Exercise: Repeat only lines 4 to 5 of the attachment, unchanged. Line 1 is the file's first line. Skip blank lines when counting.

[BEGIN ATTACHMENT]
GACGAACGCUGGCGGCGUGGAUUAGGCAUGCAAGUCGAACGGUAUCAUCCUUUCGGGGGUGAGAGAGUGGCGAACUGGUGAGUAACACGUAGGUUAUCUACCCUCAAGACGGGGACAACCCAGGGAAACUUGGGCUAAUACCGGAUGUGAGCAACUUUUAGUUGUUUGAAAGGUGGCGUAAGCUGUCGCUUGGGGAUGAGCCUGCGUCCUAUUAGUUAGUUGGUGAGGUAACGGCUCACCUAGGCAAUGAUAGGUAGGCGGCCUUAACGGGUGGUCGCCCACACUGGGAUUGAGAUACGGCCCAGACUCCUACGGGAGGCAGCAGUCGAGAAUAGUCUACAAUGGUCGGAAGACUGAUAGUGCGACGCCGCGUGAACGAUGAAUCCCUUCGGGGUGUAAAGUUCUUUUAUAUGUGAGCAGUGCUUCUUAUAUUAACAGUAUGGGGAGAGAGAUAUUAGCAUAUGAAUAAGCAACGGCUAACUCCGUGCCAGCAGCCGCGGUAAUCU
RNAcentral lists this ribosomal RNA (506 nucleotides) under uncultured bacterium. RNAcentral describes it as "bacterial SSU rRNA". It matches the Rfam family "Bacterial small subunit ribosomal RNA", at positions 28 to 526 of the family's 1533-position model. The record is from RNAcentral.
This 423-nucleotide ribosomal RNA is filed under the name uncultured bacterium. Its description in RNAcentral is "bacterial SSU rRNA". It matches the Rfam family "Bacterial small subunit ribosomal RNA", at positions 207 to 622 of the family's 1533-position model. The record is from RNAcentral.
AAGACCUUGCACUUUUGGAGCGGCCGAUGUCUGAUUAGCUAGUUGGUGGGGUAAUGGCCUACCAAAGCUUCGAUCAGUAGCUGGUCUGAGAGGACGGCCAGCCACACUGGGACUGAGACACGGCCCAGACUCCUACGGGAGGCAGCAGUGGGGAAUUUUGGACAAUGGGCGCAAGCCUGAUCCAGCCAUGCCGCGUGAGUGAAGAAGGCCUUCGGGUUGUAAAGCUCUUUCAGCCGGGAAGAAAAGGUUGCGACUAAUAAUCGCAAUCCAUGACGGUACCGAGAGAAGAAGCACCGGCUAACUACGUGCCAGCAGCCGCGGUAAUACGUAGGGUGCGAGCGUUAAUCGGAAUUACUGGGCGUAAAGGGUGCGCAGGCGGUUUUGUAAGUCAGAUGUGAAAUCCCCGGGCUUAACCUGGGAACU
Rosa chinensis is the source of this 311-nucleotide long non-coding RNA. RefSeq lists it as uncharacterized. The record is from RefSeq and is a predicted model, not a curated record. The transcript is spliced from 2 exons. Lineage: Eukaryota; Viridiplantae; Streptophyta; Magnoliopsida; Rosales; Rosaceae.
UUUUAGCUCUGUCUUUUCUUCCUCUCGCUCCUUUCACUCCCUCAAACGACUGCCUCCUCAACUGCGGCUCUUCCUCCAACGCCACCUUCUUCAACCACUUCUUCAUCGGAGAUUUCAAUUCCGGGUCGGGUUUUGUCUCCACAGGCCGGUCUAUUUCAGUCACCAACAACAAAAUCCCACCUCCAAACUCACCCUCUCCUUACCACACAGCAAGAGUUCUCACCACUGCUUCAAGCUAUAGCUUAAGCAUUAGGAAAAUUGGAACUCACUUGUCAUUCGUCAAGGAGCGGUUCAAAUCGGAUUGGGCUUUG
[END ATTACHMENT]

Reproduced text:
AAGACCUUGCACUUUUGGAGCGGCCGAUGUCUGAUUAGCUAGUUGGUGGGGUAAUGGCCUACCAAAGCUUCGAUCAGUAGCUGGUCUGAGAGGACGGCCAGCCACACUGGGACUGAGACACGGCCCAGACUCCUACGGGAGGCAGCAGUGGGGAAUUUUGGACAAUGGGCGCAAGCCUGAUCCAGCCAUGCCGCGUGAGUGAAGAAGGCCUUCGGGUUGUAAAGCUCUUUCAGCCGGGAAGAAAAGGUUGCGACUAAUAAUCGCAAUCCAUGACGGUACCGAGAGAAGAAGCACCGGCUAACUACGUGCCAGCAGCCGCGGUAAUACGUAGGGUGCGAGCGUUAAUCGGAAUUACUGGGCGUAAAGGGUGCGCAGGCGGUUUUGUAAGUCAGAUGUGAAAUCCCCGGGCUUAACCUGGGAACU
Rosa chinensis is the source of this 311-nucleotide long non-coding RNA. RefSeq lists it as uncharacterized. The record is from RefSeq and is a predicted model, not a curated record. The transcript is spliced from 2 exons. Lineage: Eukaryota; Viridiplantae; Streptophyta; Magnoliopsida; Rosales; Rosaceae.